‘‘In particular, consideration is given to the likely benefits of the service for the individual, relative to the costs of that service and consideration of the benefits if those resources were directed to a different service or another individual’s treatment.’’
But Dr Thompson said the service was so essential and demand so wide, patients should not have to travel outside their DHBs area, which in some cases was a very long distance.
Starship Hospital had an excellent chronic pain unit, and was a good example of what could be done, and the benefits to people’s lives, she said.
Dr Aamir, a pain medicine specialist, said chronic pain conditions were the leading cause of disability in New Zealand.
‘‘In New Zealand there is currently 14 to 15 fulltimeequivalent positions for pain specialists in the whole country — the recommended specification is one pain specialist per 100,000 of population.
‘‘We should have ideally 50; we have only 15 positions. So that gives you an idea of how far back we are.
‘‘We need to do a lot of work. All local DHBs should have an interdisciplinary pain service where people with chronic noncancer pain are seen.’’
Both Dr Aamir and the Ministry of Health spokesman said the ministry’s own advice recommended multidisciplinary teams be available, which should include pain specialists, as well as capacity to provide appointments with ‘‘allied services’’ — physiotherapists, psychologists and occupational therapists.
However, Dr Aamir said at present the burden of care for these patients often fell on GPs, who were left doing what they could without specialist skills or the resources to support this group well.
‘‘The reality is that in a 15 to 20minute GP assessment, GPs don’t have enough time to really deal with the complexity of the patients.
‘‘Once they’ve identified that this person has chronic pain, the next step is to refer them to a team who knows how to deal with issues . . . but they don’t have [specialty] services to refer them on to, and if they don’t have a pathway then that person remains stuck.’’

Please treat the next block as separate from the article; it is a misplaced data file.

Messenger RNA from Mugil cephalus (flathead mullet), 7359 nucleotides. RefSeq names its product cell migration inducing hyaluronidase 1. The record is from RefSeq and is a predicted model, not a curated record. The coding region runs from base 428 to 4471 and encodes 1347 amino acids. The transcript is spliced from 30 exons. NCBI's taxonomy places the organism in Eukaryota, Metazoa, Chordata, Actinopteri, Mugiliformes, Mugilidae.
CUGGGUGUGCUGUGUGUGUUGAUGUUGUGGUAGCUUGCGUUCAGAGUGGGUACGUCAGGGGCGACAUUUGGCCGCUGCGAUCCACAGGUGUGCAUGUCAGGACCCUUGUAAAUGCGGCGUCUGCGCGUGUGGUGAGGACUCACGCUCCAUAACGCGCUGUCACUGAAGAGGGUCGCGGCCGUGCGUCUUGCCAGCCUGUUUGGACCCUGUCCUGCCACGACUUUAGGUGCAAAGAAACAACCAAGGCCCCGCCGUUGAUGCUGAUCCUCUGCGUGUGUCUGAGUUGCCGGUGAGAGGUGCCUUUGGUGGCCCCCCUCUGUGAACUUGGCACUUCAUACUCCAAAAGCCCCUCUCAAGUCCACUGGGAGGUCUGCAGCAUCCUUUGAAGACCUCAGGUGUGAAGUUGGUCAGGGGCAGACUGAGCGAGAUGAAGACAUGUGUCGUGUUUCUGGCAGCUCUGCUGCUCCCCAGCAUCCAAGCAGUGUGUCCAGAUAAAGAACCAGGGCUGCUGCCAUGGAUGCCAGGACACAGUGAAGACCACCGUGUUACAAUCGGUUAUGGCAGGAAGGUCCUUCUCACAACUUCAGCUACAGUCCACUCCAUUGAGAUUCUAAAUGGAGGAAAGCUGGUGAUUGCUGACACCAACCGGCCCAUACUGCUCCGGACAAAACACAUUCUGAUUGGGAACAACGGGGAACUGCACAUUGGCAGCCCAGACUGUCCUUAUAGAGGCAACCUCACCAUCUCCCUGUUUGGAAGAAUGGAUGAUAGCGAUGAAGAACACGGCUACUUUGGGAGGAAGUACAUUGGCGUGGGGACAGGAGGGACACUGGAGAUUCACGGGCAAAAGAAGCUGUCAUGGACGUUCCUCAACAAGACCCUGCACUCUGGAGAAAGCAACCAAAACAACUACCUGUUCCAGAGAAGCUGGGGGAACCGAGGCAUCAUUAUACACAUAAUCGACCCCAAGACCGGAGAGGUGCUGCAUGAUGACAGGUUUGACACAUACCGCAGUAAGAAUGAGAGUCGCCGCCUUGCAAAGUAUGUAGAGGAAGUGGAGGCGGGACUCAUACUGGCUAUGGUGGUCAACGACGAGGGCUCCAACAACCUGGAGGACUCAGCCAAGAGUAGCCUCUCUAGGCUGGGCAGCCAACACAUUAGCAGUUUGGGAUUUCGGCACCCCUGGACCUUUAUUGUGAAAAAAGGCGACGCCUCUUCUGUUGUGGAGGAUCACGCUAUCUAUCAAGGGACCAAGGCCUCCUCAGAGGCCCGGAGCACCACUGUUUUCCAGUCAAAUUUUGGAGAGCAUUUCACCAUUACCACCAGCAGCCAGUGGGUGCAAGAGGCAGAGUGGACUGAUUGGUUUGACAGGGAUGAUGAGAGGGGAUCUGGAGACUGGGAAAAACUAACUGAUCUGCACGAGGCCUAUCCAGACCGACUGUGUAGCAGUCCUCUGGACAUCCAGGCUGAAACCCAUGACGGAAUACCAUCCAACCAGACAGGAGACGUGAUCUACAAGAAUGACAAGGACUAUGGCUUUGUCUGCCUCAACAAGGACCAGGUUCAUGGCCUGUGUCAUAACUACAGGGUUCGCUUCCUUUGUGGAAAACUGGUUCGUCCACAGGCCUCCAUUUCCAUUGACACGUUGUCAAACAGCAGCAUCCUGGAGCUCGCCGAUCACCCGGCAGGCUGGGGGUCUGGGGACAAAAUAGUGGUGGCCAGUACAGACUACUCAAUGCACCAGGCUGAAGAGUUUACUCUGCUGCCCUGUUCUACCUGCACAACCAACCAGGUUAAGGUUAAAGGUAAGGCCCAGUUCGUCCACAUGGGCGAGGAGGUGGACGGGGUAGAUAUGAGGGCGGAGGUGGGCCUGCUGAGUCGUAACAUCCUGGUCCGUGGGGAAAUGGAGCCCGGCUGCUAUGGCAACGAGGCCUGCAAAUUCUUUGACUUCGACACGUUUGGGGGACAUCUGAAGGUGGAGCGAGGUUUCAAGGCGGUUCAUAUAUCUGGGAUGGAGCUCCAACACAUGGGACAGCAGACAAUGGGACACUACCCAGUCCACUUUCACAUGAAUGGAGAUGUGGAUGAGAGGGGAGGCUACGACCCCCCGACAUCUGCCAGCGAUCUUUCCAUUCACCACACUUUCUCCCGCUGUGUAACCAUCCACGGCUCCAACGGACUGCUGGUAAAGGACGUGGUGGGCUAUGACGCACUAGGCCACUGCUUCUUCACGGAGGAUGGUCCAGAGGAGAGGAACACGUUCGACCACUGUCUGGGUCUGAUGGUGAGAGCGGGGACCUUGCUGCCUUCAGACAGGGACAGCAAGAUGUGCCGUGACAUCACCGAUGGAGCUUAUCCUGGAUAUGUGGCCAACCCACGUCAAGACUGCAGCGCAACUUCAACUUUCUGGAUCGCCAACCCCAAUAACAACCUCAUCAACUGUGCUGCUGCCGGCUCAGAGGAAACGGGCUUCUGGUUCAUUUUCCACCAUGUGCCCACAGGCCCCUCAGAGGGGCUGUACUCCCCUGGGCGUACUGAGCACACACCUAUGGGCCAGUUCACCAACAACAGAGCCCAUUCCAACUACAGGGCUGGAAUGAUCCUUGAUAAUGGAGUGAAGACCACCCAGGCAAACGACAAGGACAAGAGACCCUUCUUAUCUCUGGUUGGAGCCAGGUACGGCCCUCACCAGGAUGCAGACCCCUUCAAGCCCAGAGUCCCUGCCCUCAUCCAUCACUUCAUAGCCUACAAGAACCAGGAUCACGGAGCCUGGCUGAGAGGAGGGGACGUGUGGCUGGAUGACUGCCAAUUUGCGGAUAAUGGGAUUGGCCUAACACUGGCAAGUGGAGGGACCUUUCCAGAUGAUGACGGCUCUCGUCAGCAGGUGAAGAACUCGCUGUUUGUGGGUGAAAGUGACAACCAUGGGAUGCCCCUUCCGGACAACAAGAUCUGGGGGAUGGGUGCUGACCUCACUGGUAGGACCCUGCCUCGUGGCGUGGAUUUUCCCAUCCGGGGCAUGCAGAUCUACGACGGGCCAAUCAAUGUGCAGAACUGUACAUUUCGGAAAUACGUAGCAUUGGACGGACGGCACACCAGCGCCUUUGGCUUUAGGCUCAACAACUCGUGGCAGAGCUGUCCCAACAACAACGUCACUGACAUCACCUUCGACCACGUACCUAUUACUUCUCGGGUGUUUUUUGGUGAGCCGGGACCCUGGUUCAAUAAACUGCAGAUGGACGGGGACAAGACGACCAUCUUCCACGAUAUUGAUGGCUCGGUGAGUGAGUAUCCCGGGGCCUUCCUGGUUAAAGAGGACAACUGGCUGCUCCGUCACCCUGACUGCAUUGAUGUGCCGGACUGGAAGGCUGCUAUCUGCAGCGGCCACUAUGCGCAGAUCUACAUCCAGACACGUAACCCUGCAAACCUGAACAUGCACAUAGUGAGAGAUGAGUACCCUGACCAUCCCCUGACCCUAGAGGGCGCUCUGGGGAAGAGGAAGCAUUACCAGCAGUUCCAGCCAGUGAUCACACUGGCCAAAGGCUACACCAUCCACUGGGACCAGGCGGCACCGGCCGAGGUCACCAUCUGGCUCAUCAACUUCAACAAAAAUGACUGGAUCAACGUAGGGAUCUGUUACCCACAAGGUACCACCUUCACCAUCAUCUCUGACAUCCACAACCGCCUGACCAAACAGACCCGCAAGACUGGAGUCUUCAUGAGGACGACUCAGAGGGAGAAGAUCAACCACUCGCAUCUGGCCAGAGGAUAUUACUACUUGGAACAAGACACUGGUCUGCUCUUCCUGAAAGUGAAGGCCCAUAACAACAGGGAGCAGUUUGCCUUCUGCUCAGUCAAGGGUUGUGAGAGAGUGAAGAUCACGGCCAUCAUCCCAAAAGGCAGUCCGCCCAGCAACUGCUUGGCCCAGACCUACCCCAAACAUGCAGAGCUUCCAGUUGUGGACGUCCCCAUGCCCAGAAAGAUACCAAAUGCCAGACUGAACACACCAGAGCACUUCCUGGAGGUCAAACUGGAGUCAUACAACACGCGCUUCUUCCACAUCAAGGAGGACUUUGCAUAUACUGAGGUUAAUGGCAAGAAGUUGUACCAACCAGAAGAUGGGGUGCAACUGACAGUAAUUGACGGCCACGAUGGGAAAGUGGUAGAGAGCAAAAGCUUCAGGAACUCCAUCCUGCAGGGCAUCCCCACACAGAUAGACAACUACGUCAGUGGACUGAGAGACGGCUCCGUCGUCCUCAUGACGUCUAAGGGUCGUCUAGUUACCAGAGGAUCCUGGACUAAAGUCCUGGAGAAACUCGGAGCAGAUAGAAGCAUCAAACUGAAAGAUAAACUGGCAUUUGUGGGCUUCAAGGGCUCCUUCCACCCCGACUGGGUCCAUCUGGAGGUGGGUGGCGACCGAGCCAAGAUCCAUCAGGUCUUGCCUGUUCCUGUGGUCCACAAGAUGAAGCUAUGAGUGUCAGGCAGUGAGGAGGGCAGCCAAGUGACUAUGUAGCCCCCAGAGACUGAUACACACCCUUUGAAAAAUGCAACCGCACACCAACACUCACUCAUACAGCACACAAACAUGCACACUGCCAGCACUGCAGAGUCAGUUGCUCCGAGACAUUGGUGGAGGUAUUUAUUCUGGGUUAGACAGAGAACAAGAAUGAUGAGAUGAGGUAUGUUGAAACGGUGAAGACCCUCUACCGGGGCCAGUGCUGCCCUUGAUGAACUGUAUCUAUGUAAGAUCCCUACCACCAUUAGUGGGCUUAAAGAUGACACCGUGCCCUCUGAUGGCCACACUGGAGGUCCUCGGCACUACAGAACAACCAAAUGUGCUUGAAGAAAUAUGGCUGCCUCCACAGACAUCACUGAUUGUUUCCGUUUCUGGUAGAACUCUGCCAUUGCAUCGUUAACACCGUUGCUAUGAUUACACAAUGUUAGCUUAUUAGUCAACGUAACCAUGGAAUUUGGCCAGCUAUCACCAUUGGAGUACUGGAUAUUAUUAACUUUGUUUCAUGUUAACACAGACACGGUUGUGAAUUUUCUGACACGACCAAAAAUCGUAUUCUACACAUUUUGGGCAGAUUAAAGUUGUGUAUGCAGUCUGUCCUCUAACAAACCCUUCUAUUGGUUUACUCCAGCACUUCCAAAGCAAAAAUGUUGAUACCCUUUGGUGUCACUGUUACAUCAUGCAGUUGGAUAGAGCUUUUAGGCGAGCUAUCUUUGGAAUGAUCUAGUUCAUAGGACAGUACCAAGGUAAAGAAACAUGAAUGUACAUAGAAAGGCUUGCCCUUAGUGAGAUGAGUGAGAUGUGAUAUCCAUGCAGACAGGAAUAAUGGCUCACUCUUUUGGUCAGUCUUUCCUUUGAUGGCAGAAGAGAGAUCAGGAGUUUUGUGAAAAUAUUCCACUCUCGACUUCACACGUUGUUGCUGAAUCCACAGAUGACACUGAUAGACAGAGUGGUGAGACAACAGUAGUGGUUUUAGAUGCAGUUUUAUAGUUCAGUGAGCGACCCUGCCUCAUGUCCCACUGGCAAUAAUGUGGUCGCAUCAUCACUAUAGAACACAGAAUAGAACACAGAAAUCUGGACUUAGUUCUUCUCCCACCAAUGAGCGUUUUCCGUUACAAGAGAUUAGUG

He called for more services to be provided within DHBs at the community level, and for funding for specialists to be ‘‘ringfenced’’.
‘‘Pain conditions are causing the maximum amount of disability. If we can prevent disability in a patient — we might not be able to completely eradicate it — but if we can prevent disability, and we can help people to return to work or to something else . . . obviously individuals and society are going to be far better off.’’
Mrs Attwell said that since she had been investigating help for Tarryn she had heard from many chronic pain sufferers who said they had had little medical support, and she was shocked by the extent of the problem
A GP had referred them to a chronic pain service at a neighbouring DHB, and they were initially told by the service most people waited months to be seen, and some would not even get an appointment despite a referral, she said.
‘‘They told me it was going to take months. That just was too long for me watching my daughter lying on a couch not moving and not wanting to eat, and me having to pump her with all these opioid drugs to keep her semifunctional.’’
Tarryn had now been accepted to be seen by the neighbouring DHB’s service, but it had been a rollercoaster, Mrs Attwell said.
‘‘I think it’s not OK. I think we need someone here.’’
The rigmarole involved in getting help had been especially frustrating because two years ago Tarryn had a similar pain but fell under Starship Hospital’s care. It was able to offer a oneoff treatment that took the pain away long term.
She wanted this tried again, but despite agreement from individual doctors, had been told by both DHBs it was unlikely to be made available to her through the public healthcare system.
It was heartbreaking a group of people already suffering overwhelming and debilitating medical conditions were left to fight for the level of help most New Zealanders would assume they were entitled to, and she believed chronic pain sufferers had become marginalised and forgotten, she said. — RNZ